Most testified either under grants of immunity in exchange for cooperation or after pleading guilty to a crime, saying they repeatedly warned Nacchio Qwest would not meet aggressive financial targets for 2001 without relying heavily on revenue from one-time sales. That revenue came from a waning market.

Despite their warnings, Nacchio refused to lower forecasts and did not tell the public how much one-time revenue was included in earnings, the witnesses said.

Nacchio's attorneys narrowly tailored their defense, arguing the ambitious entrepreneur believed Qwest would succeed despite the warnings. They said Nacchio had to sell the shares under terms of his employment contract, particularly 350,000 growth shares sold in early January 2001 for a little more than $14 million, because the company chose to give him shares instead of cash he was owed.

Before trial, defense attorneys argued Nacchio, through his membership on two government panels, was alone among Qwest executives who knew the company could receive lucrative contracts from clandestine government agencies. At trial, attorneys didn't present any direct evidence about classified information.

Nacchio's defense presented just three witnesses. Qwest founder Phil Anschutz and a Roman Catholic abbot testified Nacchio wanted to resign in January 2001 to remain in New Jersey with his family after a son attempted suicide.

The third witness was Daniel Fischel, an author and Northwestern University professor, whose testimony about Nacchio's pattern of stock sales was designed to counter prosecutors' argument that Nacchio accelerated his trades ahead of the worsening financial picture at Qwest. His calculations excluded so-called growth shares that Nacchio sold on Jan. 2 and Jan. 3, 2001.

A former AT&T executive, Nacchio was recruited to transform Qwest from a construction company building a fiber optic network into a telecommunications leader at a heady time for the industry when companies were scrambling for lucrative telephone and Internet customers.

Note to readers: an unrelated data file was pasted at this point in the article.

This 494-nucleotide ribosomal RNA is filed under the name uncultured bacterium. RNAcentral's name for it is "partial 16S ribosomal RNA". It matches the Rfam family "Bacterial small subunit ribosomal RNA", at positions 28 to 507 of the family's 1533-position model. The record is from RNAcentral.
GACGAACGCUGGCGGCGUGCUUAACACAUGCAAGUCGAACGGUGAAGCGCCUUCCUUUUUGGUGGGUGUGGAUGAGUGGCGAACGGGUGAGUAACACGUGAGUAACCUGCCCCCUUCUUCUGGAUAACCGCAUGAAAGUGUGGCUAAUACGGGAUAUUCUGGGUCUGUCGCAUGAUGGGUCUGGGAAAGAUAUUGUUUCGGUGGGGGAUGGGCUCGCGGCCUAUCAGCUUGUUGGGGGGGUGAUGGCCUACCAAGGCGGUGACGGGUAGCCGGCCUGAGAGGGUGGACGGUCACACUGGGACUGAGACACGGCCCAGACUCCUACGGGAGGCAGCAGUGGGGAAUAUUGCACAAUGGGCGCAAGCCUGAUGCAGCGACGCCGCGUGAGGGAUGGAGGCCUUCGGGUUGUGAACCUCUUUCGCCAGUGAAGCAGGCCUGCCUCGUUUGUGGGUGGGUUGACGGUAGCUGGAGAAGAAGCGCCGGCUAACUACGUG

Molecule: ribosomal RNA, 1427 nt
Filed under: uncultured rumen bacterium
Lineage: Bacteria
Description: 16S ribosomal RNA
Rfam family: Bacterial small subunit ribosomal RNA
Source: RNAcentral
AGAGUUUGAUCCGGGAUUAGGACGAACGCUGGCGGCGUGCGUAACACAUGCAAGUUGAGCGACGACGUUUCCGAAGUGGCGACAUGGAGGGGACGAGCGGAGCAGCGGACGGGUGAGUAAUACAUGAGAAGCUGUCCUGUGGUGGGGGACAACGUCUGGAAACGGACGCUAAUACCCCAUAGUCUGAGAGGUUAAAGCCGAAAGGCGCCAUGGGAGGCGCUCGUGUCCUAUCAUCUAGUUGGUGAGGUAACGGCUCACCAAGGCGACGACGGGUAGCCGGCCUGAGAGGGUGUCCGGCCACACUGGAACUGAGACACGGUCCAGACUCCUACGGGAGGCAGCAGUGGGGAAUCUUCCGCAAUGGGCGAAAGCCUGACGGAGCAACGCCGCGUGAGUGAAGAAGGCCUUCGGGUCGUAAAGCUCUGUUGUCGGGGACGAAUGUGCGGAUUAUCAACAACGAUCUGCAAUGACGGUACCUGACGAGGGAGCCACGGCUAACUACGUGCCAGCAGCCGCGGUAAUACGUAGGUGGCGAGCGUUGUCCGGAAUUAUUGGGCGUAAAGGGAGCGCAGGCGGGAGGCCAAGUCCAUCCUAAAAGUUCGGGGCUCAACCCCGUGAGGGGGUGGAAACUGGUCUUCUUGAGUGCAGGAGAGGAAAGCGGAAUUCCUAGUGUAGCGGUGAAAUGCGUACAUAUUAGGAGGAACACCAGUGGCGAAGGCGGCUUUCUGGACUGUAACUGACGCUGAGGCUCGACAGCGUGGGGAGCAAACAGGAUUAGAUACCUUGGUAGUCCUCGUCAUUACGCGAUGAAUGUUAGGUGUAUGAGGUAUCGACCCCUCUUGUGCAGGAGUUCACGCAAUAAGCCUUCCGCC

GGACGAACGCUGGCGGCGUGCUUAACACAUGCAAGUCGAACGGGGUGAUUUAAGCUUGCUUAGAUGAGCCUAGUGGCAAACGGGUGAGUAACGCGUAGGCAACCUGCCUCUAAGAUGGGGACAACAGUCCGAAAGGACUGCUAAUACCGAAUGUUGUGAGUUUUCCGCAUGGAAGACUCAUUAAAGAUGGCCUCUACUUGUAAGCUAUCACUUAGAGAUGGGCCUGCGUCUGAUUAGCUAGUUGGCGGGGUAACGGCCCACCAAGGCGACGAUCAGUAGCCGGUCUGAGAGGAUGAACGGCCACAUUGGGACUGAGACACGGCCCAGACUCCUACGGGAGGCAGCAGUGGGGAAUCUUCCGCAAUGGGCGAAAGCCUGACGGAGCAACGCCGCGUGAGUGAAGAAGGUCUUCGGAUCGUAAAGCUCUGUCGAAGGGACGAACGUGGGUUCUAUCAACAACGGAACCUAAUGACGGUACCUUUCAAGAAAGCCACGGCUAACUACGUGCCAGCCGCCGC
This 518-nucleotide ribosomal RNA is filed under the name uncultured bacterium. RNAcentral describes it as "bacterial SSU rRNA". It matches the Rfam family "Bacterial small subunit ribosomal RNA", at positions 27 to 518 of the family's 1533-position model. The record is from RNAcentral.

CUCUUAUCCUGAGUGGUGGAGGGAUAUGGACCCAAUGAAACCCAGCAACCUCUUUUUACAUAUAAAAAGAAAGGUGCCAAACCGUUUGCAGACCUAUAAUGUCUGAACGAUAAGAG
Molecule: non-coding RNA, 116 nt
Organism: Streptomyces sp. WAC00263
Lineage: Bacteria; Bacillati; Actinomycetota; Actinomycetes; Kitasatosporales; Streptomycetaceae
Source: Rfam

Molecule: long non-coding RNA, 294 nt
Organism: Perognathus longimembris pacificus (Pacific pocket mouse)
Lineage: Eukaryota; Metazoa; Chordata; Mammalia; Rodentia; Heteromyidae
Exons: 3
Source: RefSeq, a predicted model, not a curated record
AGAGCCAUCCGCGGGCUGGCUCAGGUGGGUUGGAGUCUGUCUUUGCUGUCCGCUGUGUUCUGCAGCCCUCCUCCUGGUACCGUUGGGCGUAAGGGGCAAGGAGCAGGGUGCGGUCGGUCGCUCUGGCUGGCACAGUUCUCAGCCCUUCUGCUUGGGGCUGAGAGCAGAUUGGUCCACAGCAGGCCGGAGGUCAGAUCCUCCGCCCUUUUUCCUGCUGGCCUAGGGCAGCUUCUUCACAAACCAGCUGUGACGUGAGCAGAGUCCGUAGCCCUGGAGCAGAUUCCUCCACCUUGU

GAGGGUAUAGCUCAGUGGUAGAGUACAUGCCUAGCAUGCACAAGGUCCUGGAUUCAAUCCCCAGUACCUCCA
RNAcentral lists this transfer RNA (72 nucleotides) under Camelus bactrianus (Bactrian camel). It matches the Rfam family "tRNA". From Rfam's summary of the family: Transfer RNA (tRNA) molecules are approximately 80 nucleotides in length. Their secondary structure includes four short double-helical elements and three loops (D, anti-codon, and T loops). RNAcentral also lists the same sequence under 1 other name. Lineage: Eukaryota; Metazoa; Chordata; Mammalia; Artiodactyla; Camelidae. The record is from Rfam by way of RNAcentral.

Nacchio oversaw Qwest's entry into public trading and its 2000 takeover of U S West Inc., fostering a new, more aggressive atmosphere where the priorities were not just meeting but exceeding financial targets and following a so-called "golden rule" of never saying anything to cause the stock price to drop, witnesses testified.

Nacchio forecast revenue growth of 15 percent to 17 percent in 2001 and set internal projections even higher, pushing business unit managers to exceed them.

As the telecommunications market began to soften amid aggressive competition in late 2000, competitors expressed concern that there was not enough business to fill the growing number of fiber optic networks carrying voice and data traffic.

In the fall of 2000, Qwest managers warned Nacchio the 2001 financial targets were unrealistic and unattainable. But the CEO refused to reduce internal numbers or lower the forecast, they said. One manager called a final meeting on Qwest's 2001 budget a "sign in blood" session where division managers signed up to meet the targets.

A key point in the prosecution's case was Nacchio's decision to sign an irrevocable commitment in late 2000 to sell the so-called growth shares.

Prosecutors said he decided to sell after hearing worsening news from business managers in early December 2000 but backdated the sales document to Nov. 3, 2000. Defense attorneys insisted that Nacchio gave oral instructions committing to sell the shares in November and that the document was drafted at a later time.

The remaining transactions involved vested stock options that Nacchio exercised and sold from Jan. 26, 2001, to May 29, 2001. About one-third of the overall amount was sold from April 24 to April 27, just weeks after the company issued its first-quarter results.

As Qwest's competitors reduced their financial forecasts late in 2000 because of the weakening market, Nacchio continued to reaffirm his company's guidance.

Two analysts testified that they repeatedly asked how Qwest was meeting its numbers but didn't learn until August 2001 how heavily the company relied on one-time sales to achieve them.